As such, the fair has always placed a premium on scholarship, and this year is no different. Museum partnerships at the fair include a spotlight on the 10,000-strong collection of the Musée de l’Armée at Les Invalides, and a tribute to Ger Luijten, long-serving director of the Fondation Custodia, who died in December. As in previous editions, the fair is a central component of Drawing Week, which also involves an extensive series of private visits to museum collections across the city.

Despite the tribulations of the pandemic and other economic pressures, the market for this medium remains strong – January’s Old Master sales in New York attested to this. The only problem, De Bayser says, is finding enough quality drawings to feed the demand – though his own offering gives cause for reassurance. The highlight is a sinewy drawing of Hercules by Simon Vouet, a study for his Loves of the Gods tapestries, now housed in the Château de Chambord in the Loire valley.

Salon du Dessain takes place at Palais Brongniart in Paris from 22–27 March.

Gallery highlights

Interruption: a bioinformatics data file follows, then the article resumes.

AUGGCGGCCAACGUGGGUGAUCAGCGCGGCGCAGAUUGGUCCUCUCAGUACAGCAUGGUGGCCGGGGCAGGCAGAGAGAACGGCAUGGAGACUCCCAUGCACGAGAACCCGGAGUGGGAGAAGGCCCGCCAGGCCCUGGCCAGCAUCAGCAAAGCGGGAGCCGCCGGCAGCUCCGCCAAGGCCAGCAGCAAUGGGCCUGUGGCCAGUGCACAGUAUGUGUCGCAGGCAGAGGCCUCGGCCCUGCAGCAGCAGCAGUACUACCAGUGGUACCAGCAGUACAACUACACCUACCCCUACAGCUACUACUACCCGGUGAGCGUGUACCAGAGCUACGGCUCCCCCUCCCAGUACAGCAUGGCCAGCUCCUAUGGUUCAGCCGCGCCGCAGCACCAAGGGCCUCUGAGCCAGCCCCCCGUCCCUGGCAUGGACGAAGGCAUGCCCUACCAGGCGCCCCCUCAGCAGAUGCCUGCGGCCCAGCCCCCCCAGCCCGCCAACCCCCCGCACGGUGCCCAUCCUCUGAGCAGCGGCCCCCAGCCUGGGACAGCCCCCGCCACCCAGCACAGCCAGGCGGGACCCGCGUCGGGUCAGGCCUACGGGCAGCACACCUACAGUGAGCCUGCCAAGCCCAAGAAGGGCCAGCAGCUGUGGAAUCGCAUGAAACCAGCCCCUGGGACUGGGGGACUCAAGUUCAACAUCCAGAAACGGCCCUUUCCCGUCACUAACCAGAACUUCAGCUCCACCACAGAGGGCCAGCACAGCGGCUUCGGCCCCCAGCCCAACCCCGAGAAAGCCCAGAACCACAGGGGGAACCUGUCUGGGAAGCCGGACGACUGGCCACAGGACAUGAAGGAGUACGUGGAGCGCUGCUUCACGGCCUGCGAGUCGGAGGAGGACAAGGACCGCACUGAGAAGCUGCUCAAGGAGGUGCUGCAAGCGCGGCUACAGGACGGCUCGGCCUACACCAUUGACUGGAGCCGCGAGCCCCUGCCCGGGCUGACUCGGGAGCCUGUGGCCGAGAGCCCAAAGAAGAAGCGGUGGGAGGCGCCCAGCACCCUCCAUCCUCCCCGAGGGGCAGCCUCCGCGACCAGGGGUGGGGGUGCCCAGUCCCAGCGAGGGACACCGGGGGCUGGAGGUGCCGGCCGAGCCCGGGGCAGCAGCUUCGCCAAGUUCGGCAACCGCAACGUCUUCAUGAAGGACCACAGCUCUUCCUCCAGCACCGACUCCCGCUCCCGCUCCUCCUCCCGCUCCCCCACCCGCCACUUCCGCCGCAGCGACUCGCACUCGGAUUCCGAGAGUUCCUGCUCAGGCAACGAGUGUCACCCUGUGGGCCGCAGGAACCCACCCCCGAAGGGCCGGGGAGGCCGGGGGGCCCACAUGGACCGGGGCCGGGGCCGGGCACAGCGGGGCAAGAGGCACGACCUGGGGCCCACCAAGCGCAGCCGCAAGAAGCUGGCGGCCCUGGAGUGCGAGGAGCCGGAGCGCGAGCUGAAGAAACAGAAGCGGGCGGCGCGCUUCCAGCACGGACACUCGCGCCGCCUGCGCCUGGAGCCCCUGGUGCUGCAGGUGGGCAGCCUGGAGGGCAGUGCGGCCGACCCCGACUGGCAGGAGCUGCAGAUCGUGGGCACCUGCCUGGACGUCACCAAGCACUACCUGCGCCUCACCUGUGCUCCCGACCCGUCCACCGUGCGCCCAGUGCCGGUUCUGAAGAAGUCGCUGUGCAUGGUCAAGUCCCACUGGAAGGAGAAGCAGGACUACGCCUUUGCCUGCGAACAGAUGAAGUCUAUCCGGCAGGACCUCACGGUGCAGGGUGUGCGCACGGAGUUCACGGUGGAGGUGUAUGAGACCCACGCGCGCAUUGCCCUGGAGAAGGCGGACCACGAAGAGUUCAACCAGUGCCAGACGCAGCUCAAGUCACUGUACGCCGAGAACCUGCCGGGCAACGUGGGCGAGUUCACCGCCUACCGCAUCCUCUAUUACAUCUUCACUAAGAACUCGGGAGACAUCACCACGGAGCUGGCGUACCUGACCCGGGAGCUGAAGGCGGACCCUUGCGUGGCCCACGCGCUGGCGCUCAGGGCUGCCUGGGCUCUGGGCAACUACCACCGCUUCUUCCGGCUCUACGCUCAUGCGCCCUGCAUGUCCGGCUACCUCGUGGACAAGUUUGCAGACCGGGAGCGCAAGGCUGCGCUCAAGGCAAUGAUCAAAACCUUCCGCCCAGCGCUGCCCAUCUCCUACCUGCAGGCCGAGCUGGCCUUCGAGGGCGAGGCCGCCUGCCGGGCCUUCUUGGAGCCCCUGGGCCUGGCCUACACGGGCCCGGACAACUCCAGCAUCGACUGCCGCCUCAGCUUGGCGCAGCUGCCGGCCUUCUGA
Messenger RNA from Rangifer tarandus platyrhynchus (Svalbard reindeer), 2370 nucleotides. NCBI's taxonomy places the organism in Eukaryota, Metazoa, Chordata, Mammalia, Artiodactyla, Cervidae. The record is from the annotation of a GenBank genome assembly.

Mandy El-Sayegh
30 March–29 April
Lehmann Maupin, New York

The Malaysia-born, London-based artist incorporates everything from newsprint to adverts, aerial maps, anatomy books and her father’s calligraphy into large-scale paintings and sculptures which she then combines in room-size installations – representations, she has suggested, of the fragmented nature of history as perceived by individuals. This new body of work includes a performance piece El-Sayegh is staging amid her creations.

Untitled (Battisti) (2022), Andreas Schulze. Photo: Photo Mareike Tocha; courtesy Sprüth Magers; © Andreas Schulze/VG Bild-Kunst, Bonn

Andreas Schulze: On Stage
17 March–1 July
The Perimeter, London

Schulze came to prominence as part of the Cologne wing of the Neue Wilde group in the 1980s, but his works bear little resemblance to those of peers like Albert Oehlen. As his first UK solo show in a decade makes plain, these are madcap paintings, oscillating between surreal comedy and menace: a hurricane narrowly misses some balloons; huge spiders throng the staircase leading to a distant city; a sausage dog with no hind legs sprawls across the floor.

Balthus: Under the Surface